For those hoping to improve employability, having a world recognized qualification could be key to raising your profile. So impress future employees and feel confident when you go to your next interview knowing that you have a certification and the skills that will enable a successful IT career.

Click Here to Find MTA Training Courses on Findacourse.ie

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Insurance Practitioner Apprenticeship 2017

Insurance ApprenticeshipResearch recently released by The Insurance Institute, found that 62% of young adults surveyed stated that they would consider an apprenticeship, as an alternative to going to college, if it was in an area that interested them. Findings also showed that just over half of parents (55%) would encourage their child to undertake an apprenticeship. The research was released today to launch the 2017 Insurance Practitioner Apprenticeship, Ireland’s only level 8-degree apprenticeship, which will have over 100 places available nationwide in the coming weeks. This ‘earn and learn’, three year programme, enables apprentices to work for an insurance employer, earn a salary, while also studying for a BA Hons in Insurance Practice.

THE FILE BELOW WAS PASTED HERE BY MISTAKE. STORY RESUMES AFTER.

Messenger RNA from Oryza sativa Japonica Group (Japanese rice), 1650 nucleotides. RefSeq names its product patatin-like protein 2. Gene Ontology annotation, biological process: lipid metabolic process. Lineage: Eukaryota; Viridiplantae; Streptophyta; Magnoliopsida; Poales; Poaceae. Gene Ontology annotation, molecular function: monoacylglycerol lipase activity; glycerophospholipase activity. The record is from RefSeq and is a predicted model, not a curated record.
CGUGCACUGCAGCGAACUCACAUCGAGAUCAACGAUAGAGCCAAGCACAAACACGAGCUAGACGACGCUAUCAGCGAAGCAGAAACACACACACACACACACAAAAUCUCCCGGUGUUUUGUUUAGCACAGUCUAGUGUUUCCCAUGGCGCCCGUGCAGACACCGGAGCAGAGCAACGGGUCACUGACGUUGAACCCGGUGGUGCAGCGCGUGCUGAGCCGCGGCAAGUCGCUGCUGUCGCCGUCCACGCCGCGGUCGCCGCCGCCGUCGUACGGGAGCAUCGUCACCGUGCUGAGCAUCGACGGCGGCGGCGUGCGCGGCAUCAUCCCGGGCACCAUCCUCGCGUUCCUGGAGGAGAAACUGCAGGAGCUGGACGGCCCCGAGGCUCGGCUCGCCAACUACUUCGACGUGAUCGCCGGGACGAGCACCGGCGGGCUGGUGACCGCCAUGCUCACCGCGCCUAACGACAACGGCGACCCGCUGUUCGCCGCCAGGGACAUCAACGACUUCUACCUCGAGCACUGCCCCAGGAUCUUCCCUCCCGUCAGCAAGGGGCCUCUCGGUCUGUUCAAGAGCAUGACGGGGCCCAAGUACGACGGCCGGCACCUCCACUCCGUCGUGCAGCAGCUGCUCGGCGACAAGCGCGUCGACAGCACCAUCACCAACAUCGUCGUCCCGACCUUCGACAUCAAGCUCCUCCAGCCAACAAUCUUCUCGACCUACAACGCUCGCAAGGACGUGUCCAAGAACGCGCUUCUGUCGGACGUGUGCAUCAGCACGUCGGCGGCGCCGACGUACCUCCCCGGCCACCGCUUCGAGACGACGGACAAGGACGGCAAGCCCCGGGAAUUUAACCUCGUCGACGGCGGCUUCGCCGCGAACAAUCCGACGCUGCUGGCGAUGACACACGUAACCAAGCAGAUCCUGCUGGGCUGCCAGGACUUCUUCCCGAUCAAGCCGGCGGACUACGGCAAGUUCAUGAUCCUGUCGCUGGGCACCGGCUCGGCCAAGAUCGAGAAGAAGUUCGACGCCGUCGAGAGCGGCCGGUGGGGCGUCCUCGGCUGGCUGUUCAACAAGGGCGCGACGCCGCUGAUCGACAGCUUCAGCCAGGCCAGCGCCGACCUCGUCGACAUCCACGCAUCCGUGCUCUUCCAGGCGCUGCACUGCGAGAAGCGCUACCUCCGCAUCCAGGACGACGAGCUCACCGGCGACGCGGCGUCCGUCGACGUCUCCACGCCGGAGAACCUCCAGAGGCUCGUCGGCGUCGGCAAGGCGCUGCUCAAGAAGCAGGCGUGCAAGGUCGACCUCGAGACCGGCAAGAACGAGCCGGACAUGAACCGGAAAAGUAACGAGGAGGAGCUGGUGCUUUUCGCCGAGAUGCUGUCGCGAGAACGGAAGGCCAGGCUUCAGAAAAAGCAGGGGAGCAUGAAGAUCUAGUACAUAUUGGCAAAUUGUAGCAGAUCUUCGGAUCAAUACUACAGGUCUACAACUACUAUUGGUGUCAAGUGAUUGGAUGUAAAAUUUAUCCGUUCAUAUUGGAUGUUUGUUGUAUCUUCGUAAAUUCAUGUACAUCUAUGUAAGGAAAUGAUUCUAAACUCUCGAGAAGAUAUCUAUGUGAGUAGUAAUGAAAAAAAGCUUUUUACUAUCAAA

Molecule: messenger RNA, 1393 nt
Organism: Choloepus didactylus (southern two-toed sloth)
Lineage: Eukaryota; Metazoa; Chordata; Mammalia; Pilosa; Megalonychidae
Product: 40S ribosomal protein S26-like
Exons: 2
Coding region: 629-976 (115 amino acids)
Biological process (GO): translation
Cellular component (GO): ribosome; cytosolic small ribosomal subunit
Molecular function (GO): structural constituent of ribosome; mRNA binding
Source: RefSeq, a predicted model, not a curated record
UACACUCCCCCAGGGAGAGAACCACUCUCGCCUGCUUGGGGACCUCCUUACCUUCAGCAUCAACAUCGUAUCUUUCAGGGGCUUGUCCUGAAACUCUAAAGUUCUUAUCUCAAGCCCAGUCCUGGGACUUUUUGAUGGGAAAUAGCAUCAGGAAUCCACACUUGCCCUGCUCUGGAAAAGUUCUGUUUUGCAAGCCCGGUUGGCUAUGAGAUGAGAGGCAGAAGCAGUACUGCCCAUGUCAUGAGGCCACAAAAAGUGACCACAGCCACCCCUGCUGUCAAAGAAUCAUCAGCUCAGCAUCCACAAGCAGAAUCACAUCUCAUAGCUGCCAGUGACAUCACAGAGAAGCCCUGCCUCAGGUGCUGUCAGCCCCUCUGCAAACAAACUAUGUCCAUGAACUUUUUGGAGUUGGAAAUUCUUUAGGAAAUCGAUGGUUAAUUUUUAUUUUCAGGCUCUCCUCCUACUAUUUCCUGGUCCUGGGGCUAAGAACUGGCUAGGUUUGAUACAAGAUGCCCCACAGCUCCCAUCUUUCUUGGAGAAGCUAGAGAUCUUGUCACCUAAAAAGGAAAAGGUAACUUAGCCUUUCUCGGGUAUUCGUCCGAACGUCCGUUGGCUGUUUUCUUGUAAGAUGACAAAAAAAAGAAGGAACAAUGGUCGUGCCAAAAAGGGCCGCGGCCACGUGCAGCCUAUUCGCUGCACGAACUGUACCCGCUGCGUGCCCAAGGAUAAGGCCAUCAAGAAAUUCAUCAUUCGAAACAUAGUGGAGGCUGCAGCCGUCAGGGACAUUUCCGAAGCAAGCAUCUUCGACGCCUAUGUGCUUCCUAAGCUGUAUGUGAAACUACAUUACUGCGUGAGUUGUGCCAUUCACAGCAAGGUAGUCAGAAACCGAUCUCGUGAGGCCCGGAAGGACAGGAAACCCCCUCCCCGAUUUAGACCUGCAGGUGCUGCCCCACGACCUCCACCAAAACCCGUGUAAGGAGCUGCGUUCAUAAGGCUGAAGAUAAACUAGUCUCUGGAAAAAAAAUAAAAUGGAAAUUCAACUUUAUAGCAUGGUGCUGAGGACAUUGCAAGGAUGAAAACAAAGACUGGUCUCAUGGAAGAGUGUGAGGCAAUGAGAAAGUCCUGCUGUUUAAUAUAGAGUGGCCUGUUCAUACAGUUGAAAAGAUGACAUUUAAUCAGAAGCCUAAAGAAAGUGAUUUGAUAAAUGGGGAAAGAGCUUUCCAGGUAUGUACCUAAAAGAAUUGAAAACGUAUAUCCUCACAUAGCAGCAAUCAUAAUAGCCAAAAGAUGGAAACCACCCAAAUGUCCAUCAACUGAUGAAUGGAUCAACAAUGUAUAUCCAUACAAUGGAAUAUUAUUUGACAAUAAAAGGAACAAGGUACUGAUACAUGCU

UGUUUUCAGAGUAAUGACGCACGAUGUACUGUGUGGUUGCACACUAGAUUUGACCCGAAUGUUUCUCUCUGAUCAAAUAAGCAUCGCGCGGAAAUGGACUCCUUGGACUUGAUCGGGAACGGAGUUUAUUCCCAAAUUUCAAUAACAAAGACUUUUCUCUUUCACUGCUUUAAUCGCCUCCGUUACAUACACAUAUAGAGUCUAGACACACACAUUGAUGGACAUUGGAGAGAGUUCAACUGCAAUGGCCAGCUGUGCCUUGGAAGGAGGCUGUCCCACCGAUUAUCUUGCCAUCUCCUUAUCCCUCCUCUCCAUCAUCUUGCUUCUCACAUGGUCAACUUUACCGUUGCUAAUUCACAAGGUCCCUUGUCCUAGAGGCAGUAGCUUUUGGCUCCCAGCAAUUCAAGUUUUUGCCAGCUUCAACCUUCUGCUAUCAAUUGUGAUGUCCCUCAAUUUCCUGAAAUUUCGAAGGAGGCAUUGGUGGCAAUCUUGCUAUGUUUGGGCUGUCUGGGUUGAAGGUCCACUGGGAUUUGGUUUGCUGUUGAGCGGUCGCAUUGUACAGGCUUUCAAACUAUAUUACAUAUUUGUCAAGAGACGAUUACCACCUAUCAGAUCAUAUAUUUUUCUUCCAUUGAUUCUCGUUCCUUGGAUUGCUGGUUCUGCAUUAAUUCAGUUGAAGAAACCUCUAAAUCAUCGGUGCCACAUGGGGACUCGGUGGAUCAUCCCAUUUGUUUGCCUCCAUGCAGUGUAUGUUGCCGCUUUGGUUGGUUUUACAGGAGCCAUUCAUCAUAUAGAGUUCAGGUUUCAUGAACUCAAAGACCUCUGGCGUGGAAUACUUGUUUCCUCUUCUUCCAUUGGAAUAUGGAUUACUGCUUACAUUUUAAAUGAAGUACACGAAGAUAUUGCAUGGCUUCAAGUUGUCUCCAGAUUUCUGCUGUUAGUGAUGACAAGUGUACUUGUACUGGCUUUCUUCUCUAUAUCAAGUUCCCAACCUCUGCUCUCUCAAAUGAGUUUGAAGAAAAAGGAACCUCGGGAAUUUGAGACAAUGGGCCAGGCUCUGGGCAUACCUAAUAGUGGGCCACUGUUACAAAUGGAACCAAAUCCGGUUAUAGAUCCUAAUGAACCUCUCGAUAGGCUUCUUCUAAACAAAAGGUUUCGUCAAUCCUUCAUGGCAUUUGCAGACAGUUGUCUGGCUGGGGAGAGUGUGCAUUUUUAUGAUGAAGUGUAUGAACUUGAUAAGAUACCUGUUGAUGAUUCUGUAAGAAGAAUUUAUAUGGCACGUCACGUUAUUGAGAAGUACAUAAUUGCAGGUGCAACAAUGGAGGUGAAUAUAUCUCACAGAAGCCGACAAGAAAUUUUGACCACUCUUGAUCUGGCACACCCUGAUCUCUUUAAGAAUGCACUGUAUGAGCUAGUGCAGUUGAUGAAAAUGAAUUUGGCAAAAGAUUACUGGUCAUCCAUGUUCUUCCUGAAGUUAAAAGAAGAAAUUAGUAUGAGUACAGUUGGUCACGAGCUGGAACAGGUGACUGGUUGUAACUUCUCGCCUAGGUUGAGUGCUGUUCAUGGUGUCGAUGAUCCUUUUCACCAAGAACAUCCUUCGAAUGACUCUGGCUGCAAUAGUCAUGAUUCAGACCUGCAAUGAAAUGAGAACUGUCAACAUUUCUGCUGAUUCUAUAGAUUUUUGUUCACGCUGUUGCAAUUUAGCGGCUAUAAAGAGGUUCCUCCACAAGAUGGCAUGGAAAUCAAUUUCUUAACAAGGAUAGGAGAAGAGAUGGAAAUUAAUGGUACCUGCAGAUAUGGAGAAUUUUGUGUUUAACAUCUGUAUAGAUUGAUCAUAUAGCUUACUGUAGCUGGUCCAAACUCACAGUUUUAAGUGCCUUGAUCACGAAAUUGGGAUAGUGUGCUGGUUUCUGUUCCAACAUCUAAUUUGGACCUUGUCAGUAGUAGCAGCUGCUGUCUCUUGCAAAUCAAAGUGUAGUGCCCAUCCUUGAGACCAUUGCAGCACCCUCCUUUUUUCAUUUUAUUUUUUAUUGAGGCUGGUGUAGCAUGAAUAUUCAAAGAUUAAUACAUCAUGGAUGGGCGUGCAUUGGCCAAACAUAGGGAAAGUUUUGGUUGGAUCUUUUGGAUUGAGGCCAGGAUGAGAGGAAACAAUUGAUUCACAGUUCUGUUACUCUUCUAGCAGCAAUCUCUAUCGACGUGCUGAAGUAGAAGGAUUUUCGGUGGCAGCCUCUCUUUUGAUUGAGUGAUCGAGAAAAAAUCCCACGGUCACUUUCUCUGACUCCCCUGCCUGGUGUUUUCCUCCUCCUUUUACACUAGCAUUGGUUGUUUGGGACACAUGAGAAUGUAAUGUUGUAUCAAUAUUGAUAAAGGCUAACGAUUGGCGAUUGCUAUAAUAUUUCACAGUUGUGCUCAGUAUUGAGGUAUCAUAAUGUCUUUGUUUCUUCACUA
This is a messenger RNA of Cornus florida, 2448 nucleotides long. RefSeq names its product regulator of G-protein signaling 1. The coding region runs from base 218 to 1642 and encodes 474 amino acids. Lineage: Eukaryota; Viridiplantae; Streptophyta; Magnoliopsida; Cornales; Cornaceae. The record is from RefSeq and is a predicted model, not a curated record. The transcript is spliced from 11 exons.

The research, commissioned by The Insurance Institute and undertaken by Empathy Research, surveyed 309 young adults (18-34) and 410 parents (of dependent children, under 18) to ascertain their perceptions of apprenticeships, as well as their considerations in relation to college/third level education and career choices. Most (77%) young adults agreed that college isn’t for everyone and 76% of young adults agreed that the opportunity to earn a salary while also studying in their chosen field would strongly appeal to them. Only 11% of young adults and 11% (1 in 10) of parents surveyed believe there are enough apprenticeships offered in areas of interest in Ireland, with the majority feeling that there are not.

The research also discovered that for young adults, their main concern in relation to third level education is the cost and affordability, with 58% citing it as a worry, and 52% stating that the prospect of securing a job when they finish is a key concern. Similarly, 65% of parents are also concerned about their children’s chances of getting a job when they complete third level education, and 57% of parents said the cost and affordability of college is a worry for them.

Commenting on the launch, as well as the findings of the research, Sandra Harvey Graham, Apprenticeship Programme Manager, The Insurance Institute, said, “We’re delighted to be launching our 2017 Insurance Practitioner Apprenticeship, with over 100 places becoming available within the next few weeks and successful applicants beginning their apprenticeship in September. The programme is only in its second year, but has been a game changer as it offers young people a real alternative to college, while also providing local jobs, to local people throughout the country.”